A hospital in Baltimore told staff to prepare for a “potential Ebola patient” Monday night. The University of Maryland Medical Center in downtown Baltimore sent a memo saying it had accepted the patient from the state health department, later confirming the details on its Twitter account.

“We have accepted the transport by DHMH [Department of Health and Mental Hygiene] of a potential Ebola patient for further assessment,” the hospital said in a memo to staff, according to a Baltimore news station. “They are appropriately isolated and receiving further assessment and care.”

The hospital told staff the patient will be isolated in the emergency department as tests for the rare and deadly infection, caused by a strain of the Ebola virus, are performed. The news comes as the Centers for Disease Control and Prevention weighs in on an intense debate about methods to prevent the spread of the virus. It has revised its guidelines to recommend hospitals monitor workers who return from trips to treat the outbreak of Ebola in West Africa.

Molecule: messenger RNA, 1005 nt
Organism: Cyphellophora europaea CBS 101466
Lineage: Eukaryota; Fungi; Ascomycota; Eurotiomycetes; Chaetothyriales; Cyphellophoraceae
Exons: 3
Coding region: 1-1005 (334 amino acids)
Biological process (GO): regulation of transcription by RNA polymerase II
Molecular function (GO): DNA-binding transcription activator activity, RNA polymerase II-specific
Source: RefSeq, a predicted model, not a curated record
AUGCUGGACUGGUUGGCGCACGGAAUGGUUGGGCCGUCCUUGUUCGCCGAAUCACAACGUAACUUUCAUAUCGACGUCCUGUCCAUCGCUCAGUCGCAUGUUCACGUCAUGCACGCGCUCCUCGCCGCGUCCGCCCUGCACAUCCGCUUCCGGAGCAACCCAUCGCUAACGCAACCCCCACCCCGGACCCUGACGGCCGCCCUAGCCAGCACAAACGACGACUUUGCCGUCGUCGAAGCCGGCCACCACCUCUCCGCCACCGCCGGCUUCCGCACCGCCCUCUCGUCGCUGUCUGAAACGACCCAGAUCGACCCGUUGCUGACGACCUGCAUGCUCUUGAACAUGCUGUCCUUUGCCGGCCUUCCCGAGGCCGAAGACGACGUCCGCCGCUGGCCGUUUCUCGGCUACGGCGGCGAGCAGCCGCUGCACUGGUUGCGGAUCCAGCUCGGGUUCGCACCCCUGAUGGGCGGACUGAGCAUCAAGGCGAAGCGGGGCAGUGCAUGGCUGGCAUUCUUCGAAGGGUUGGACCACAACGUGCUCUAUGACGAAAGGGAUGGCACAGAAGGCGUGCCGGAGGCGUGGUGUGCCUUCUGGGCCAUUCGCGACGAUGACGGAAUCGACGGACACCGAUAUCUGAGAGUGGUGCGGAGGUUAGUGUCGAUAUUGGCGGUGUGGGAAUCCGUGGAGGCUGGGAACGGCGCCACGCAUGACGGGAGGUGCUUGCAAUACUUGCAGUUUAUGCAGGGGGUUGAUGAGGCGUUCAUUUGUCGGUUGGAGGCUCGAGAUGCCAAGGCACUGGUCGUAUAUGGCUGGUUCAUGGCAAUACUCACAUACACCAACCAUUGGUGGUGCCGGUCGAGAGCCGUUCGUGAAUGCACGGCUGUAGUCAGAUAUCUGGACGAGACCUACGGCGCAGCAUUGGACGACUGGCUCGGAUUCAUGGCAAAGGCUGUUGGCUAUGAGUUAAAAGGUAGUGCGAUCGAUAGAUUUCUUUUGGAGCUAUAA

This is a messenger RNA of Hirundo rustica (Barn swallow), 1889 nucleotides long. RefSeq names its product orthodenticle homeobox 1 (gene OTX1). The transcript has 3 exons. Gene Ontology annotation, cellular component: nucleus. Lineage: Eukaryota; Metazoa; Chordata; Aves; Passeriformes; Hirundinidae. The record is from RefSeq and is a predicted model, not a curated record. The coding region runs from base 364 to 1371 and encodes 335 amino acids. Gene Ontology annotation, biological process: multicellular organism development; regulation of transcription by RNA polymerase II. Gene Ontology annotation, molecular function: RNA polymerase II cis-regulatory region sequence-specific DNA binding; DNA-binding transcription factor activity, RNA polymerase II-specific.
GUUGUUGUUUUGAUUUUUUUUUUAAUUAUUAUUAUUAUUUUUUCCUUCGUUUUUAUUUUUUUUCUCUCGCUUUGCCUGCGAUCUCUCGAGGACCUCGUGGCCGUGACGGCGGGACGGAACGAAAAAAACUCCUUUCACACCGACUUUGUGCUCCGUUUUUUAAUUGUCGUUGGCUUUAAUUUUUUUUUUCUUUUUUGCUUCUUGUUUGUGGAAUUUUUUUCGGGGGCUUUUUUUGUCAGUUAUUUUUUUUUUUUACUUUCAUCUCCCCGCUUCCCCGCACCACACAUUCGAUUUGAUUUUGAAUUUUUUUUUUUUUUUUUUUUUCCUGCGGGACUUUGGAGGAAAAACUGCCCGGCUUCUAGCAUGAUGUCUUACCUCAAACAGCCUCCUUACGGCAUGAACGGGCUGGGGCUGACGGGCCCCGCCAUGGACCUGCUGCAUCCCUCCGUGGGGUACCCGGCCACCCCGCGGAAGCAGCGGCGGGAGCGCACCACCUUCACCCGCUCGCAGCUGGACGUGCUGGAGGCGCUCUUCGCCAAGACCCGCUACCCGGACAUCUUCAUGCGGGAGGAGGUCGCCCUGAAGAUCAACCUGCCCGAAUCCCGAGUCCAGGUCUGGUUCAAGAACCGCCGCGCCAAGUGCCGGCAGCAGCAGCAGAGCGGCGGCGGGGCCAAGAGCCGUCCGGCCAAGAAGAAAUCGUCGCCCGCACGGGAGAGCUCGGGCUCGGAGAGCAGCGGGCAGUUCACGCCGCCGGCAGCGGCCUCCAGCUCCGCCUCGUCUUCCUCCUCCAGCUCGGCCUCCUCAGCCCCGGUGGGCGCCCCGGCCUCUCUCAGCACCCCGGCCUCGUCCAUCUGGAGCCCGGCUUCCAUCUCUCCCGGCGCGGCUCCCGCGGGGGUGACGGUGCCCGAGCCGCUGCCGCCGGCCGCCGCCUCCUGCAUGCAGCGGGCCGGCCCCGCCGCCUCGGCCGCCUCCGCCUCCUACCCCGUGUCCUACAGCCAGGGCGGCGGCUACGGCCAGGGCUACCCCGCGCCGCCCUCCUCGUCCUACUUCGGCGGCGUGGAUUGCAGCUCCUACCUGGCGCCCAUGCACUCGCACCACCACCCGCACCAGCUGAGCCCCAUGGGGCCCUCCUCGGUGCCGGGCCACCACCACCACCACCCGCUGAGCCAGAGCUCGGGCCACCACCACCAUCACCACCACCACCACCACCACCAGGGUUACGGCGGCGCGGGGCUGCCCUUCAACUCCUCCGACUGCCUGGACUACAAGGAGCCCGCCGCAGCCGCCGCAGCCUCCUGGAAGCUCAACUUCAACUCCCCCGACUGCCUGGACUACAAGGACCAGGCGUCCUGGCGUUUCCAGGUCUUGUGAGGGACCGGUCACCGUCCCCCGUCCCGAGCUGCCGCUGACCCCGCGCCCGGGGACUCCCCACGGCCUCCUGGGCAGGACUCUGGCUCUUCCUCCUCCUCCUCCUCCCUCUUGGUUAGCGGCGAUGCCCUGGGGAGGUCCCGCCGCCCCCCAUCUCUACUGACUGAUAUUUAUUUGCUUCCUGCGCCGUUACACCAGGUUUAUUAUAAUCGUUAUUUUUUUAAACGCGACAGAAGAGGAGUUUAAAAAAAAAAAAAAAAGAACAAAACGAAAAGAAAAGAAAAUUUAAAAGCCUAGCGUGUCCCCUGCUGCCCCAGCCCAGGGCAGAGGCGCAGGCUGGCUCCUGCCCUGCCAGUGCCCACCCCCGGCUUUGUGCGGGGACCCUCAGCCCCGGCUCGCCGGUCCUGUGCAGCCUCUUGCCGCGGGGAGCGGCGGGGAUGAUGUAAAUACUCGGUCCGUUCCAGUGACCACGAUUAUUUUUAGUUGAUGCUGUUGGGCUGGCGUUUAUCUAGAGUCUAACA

A nurse was released from a New Jersey hospital after complaining about a forced quarantine, a practice that has been criticized by U.N. Secretary-General Ban Ki-moon, but defended by others, including New Jersey Gov. Chris Christie. According to the CDC, the 2014 Ebola epidemic is the largest ever in West Africa, but its risk to Americans is “low.”

“Ebola is spread through direct contact with blood and body fluids of a person already showing symptoms of Ebola,” the CDC has said. “Ebola is not spread through the air, water, food or mosquitoes.”